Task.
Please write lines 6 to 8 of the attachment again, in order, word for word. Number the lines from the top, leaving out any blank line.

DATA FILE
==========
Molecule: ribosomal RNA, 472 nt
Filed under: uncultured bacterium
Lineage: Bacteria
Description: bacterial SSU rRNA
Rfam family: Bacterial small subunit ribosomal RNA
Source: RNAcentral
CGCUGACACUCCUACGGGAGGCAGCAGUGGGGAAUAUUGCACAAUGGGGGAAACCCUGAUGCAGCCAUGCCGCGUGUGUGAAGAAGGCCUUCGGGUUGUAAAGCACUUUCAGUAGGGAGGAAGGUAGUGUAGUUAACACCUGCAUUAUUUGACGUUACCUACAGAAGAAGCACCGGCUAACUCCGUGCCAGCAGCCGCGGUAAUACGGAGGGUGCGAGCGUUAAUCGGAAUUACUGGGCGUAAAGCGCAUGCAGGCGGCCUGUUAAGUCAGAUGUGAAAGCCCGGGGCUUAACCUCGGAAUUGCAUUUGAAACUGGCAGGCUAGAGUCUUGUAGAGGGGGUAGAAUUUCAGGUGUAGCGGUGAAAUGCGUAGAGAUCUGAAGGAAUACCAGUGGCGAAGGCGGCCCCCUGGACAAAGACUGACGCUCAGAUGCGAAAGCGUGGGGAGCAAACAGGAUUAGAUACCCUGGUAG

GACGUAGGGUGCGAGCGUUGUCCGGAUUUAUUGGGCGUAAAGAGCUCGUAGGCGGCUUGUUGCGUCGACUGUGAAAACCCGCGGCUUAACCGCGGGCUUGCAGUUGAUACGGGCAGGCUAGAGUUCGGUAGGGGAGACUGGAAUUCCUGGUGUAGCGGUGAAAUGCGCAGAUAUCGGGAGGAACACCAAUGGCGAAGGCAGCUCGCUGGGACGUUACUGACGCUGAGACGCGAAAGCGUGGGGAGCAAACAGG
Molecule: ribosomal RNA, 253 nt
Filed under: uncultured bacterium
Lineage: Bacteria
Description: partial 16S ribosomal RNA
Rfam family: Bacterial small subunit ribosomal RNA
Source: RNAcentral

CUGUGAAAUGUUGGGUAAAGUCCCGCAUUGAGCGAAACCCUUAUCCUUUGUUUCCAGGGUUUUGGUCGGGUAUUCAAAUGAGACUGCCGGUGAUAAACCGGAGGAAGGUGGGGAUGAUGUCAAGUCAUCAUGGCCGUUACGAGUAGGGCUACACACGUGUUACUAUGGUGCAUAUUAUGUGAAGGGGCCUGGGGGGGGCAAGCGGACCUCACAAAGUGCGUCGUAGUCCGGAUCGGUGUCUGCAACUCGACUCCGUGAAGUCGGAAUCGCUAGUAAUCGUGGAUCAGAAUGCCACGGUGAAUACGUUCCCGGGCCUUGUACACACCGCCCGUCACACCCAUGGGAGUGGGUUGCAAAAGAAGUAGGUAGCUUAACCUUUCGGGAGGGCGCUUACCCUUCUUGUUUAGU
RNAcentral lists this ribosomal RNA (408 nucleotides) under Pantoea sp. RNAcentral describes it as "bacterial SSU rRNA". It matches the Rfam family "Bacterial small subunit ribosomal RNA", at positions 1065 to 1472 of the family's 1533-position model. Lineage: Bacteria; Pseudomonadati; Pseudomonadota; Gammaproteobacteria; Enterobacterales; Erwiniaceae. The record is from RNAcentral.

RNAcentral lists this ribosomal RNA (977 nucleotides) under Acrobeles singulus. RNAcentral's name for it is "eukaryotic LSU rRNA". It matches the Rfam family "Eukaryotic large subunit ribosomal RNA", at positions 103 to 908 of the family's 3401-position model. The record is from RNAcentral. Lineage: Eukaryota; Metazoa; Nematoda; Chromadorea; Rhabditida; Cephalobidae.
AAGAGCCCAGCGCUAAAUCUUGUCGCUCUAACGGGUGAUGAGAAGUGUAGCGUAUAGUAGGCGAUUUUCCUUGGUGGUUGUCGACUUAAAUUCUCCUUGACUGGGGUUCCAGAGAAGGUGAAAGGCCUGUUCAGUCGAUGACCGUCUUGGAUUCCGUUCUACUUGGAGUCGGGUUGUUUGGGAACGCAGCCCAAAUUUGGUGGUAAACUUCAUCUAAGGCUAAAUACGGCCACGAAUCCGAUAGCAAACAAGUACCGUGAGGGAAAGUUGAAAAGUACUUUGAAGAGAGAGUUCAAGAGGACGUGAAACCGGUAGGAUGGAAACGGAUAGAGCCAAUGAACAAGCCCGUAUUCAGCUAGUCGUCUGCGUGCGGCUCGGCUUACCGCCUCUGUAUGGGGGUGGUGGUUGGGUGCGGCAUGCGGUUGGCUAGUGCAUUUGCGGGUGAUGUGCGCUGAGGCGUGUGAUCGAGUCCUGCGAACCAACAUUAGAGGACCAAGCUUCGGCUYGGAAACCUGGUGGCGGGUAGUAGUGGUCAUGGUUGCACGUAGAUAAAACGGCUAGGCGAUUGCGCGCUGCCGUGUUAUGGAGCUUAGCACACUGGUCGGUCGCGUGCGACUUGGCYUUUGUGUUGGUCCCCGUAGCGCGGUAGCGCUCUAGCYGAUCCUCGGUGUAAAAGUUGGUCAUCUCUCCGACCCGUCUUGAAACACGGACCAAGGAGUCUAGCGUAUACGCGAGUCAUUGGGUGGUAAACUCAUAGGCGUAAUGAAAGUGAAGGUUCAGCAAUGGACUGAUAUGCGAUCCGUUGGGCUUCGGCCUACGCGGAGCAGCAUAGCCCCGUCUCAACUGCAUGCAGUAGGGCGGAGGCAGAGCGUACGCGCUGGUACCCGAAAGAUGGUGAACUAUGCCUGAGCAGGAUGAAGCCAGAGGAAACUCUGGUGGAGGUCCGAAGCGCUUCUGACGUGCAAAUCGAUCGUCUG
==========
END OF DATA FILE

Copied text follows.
Source: RNAcentral
CGCUGACACUCCUACGGGAGGCAGCAGUGGGGAAUAUUGCACAAUGGGGGAAACCCUGAUGCAGCCAUGCCGCGUGUGUGAAGAAGGCCUUCGGGUUGUAAAGCACUUUCAGUAGGGAGGAAGGUAGUGUAGUUAACACCUGCAUUAUUUGACGUUACCUACAGAAGAAGCACCGGCUAACUCCGUGCCAGCAGCCGCGGUAAUACGGAGGGUGCGAGCGUUAAUCGGAAUUACUGGGCGUAAAGCGCAUGCAGGCGGCCUGUUAAGUCAGAUGUGAAAGCCCGGGGCUUAACCUCGGAAUUGCAUUUGAAACUGGCAGGCUAGAGUCUUGUAGAGGGGGUAGAAUUUCAGGUGUAGCGGUGAAAUGCGUAGAGAUCUGAAGGAAUACCAGUGGCGAAGGCGGCCCCCUGGACAAAGACUGACGCUCAGAUGCGAAAGCGUGGGGAGCAAACAGGAUUAGAUACCCUGGUAG

GACGUAGGGUGCGAGCGUUGUCCGGAUUUAUUGGGCGUAAAGAGCUCGUAGGCGGCUUGUUGCGUCGACUGUGAAAACCCGCGGCUUAACCGCGGGCUUGCAGUUGAUACGGGCAGGCUAGAGUUCGGUAGGGGAGACUGGAAUUCCUGGUGUAGCGGUGAAAUGCGCAGAUAUCGGGAGGAACACCAAUGGCGAAGGCAGCUCGCUGGGACGUUACUGACGCUGAGACGCGAAAGCGUGGGGAGCAAACAGG